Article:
My friend Angkrit, the owner of Three of a Kind, and myself exploring the flower marker in Bangkok


Lots of traffic in Bangkok and drivers start here very early!

Lots of traffic in Bangkok and drivers start here very early!


The ex-mansion of the Thai kings

The ex-mansion of the Thai kings


The royal hall used for welcoming foreign officials and other ceremonies. Unfortunately it was not permitted to take pictures inside...

The royal hall used for welcoming foreign officials and other ceremonies. Unfortunately it was not permitted to take pictures inside...


Wat Arun

Wat Arun


China town

China town


The Emerald Buddha, from the Grand Palace. One of the symbols dear to Thailand

The Emerald Buddha, from the Grand Palace. One of the symbols dear to Thailand


Grand Palace

Grand Palace


The huge reclining Buddha in Wat Pho

The huge reclining Buddha in Wat Pho


Another prayer room in Wat Pho

Another prayer room in Wat Pho

Posted by manolo84 09:24 Archived in Thailand Tagged temples hostels towns palaces english Comments (0)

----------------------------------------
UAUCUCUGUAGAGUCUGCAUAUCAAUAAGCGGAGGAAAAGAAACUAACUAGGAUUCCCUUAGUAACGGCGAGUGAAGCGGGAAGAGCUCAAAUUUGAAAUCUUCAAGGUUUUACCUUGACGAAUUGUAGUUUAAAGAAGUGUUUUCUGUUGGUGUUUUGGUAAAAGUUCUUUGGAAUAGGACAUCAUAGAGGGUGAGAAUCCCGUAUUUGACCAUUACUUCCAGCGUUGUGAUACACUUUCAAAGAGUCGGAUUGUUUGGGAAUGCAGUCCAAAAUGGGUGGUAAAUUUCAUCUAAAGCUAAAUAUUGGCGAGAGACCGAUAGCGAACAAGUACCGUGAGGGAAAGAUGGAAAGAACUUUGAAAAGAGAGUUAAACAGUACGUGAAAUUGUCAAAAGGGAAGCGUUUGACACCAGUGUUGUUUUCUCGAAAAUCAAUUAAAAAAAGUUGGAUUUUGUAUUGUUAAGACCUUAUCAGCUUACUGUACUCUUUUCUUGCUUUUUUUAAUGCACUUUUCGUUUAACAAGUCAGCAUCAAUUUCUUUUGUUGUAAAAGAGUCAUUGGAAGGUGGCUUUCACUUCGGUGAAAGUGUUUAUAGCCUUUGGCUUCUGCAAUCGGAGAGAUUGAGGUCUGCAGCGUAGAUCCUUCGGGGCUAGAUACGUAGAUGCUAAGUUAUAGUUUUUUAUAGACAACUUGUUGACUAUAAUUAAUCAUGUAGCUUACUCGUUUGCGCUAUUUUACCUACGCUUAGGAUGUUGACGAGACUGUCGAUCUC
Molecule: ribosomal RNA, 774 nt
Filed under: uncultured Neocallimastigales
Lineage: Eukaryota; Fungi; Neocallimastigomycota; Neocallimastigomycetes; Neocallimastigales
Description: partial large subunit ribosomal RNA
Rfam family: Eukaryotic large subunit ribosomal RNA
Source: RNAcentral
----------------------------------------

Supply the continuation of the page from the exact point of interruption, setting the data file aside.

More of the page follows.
Mérida and the Yucatán


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I feel more and more than it is now getting harder to find time to post articles and pictures in this blog as I am either busy or really tired in the evenings (or sometimes a bit lazy) but here are a few lines which describe my stay in Merida, located in the Yucatán state, still in Mexico.

As I have mentioned in my previous post, the first hours in Merida didn't go that great as my stuff had just been stolen and to be honest it took me a few days to really get over it. So the first days actually were quite chilled out, spending most of my time in the hostel talking with people or wandering through the streets of Merida, trying to look for a replacement camera and laptop.